A contact field issue. Avoid using 144 Hz and plan to replace the display panel.
What you show are essentially not dead pixels. Dead pixels are individual pixels, not the entire line. What you see is likely a problem in vertical contact field, namely in one or more of contacts which power affected horizontal lines.
Some of these contact failures - like yours - are dependent on working frequencies. At some frequencies, their impedance (electric resistance) is unexpectedly higher than at others. Then there is not enough voltage left for pixels themselves. This explains what you see.
This loosened connection can emerge during the manufacturing process or later by mechanical stress during use. For example, it is frequent in laptops carried in stuffed backpacks, where the stuff is forcing the display chassis to bend.
The greater impedance at a particular contact point leads to increased heat production in that area. In return, this may lead to further damages of the contact point. ⇒ In the future, expect the same damage appearing not only at 144 Hz, but at any frequency of the display panel. And it may spread to neighboring lines of pixels. To mitigate spreading of the problem, avoid further heating of that place, i. e. avoid using the display in frequencies where the missing lines are appearing. Use the display only at frequencies where everything works normally.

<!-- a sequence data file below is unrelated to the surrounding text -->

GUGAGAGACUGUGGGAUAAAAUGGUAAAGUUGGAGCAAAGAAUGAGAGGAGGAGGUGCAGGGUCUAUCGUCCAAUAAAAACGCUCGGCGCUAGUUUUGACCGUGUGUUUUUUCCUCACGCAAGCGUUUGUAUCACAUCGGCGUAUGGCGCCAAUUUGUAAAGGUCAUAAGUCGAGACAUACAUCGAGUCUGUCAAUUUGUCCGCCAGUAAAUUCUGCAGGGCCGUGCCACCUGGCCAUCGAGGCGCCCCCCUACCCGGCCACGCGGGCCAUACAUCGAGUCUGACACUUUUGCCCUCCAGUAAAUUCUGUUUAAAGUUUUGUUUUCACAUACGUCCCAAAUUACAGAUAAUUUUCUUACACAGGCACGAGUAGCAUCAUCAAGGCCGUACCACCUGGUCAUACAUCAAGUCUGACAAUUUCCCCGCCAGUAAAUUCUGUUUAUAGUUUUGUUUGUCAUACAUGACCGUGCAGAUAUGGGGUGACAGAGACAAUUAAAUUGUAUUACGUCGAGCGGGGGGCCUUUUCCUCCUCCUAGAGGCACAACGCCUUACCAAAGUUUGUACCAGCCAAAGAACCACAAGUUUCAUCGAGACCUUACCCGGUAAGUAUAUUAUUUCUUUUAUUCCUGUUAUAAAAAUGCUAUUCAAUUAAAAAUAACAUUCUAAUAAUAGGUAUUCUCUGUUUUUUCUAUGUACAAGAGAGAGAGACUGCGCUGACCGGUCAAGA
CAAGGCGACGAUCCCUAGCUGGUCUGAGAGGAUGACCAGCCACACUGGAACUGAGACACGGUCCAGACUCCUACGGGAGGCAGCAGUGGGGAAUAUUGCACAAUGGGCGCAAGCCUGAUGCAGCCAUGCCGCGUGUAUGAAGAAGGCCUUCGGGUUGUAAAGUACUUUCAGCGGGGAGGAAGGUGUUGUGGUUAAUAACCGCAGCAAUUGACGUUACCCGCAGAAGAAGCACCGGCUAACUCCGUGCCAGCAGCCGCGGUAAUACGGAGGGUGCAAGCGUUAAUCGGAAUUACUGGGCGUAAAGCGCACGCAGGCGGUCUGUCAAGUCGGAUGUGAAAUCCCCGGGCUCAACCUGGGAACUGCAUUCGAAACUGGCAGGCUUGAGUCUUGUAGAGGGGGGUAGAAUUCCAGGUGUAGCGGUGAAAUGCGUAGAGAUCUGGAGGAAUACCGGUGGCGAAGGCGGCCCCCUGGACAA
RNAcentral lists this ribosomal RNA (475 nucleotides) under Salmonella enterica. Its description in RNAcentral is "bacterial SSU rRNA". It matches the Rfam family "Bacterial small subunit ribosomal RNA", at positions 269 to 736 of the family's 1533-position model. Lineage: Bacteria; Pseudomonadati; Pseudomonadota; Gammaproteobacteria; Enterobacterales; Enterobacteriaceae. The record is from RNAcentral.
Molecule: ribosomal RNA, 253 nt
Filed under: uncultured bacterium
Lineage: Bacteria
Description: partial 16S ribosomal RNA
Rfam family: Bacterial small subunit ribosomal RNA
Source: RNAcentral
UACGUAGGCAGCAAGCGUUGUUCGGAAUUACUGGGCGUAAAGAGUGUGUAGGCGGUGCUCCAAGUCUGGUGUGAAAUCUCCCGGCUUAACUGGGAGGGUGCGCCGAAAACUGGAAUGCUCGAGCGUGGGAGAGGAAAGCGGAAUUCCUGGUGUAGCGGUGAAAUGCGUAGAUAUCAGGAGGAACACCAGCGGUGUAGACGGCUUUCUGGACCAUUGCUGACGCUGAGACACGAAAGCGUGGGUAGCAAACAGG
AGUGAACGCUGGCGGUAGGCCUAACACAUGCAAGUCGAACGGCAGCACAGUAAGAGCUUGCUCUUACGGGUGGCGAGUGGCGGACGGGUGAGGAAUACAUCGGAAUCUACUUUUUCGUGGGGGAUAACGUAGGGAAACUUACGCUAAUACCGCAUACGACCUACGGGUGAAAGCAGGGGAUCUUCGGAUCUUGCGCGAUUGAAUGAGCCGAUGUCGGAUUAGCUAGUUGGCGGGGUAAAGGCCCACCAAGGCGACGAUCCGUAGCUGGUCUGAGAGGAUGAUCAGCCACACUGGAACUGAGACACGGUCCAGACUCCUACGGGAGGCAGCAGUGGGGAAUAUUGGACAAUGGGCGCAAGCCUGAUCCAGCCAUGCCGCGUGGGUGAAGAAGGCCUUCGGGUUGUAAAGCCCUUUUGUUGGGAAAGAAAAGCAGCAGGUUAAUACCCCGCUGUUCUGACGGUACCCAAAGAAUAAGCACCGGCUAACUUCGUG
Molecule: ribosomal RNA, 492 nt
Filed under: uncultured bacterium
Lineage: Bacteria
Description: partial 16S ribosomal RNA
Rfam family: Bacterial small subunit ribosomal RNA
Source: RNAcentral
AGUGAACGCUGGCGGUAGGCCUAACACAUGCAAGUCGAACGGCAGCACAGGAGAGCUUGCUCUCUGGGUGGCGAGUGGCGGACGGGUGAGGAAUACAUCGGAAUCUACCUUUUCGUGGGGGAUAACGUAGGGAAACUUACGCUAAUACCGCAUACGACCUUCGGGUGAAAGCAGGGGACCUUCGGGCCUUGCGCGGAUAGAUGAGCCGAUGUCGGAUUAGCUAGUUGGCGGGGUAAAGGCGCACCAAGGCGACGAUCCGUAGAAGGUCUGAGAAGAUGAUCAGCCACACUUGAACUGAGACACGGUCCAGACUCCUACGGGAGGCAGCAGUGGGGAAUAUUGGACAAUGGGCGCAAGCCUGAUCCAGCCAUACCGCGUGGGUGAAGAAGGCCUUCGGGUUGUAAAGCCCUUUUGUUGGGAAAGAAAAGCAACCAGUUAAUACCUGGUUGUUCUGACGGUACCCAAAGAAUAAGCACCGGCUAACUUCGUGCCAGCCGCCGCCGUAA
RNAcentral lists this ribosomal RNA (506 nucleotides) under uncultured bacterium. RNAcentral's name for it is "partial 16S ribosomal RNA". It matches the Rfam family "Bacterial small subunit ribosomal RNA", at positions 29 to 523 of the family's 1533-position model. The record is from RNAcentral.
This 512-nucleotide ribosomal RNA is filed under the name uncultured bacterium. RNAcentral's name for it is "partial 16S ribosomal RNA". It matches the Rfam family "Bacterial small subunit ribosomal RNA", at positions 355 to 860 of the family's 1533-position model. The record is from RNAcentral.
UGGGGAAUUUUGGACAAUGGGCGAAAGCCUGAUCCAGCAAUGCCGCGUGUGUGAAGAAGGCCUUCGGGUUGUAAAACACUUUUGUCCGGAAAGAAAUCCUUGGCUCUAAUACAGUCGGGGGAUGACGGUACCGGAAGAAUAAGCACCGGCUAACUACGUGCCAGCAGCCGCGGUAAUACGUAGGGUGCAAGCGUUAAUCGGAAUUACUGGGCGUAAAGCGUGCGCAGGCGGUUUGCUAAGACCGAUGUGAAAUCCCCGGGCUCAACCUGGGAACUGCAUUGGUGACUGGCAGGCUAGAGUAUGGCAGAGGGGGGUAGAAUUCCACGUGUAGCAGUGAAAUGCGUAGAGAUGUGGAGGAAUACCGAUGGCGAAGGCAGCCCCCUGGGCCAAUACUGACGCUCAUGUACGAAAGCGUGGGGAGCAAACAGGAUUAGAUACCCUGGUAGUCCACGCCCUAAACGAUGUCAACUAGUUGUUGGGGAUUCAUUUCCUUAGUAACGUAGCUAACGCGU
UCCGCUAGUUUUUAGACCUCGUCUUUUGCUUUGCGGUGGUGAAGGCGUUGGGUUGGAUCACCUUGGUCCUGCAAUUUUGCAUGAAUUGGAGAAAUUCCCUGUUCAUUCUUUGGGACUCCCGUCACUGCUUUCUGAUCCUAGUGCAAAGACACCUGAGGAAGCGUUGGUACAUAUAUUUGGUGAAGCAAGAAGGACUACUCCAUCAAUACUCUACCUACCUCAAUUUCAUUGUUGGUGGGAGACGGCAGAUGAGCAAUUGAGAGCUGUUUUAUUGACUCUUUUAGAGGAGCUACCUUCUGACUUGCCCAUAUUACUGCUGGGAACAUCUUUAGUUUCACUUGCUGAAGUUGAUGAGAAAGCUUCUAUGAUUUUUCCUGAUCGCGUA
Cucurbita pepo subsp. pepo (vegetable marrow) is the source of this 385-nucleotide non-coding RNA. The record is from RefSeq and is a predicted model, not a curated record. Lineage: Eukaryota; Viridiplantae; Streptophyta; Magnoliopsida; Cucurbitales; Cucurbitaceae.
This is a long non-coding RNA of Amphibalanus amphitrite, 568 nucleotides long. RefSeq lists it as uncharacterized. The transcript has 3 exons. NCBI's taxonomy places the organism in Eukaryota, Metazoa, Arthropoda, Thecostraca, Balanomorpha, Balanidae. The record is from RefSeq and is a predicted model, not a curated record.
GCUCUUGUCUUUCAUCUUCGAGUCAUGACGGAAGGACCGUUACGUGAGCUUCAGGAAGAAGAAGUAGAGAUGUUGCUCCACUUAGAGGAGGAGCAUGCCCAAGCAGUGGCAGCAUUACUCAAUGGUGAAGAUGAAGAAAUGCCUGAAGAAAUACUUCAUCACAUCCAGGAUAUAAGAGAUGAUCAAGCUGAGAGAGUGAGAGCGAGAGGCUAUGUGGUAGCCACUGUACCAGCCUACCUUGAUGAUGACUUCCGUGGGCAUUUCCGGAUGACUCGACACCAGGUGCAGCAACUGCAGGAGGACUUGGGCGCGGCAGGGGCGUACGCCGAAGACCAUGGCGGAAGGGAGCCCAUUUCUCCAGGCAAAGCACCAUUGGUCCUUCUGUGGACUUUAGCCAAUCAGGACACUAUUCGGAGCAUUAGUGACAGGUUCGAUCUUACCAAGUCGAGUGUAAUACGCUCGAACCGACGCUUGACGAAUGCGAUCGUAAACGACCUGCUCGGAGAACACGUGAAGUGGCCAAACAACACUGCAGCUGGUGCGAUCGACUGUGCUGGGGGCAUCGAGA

On laptops where LCD contact fields are placed close to the surface of the display, you can even feel the heat by touching the problematic area. This witnesses that there is more thermal stress going to that area, leading to more severe damage of the same place in the future. In some cases, gently pressing the damaged place may lead to pixel lines reappearing, even at 144 Hz, but only while the pressure is applied. In such a case, the problem with damaged contacts has mechanical nature - they are mechanically loose. But the heat can contribute to this by affecting the glue which holds the contacts attached.
To permanently fix this, contact a service center where they will fit an entirely new LCD panel assembly which also includes contact fields. Typically this can be covered within the warranty of the device.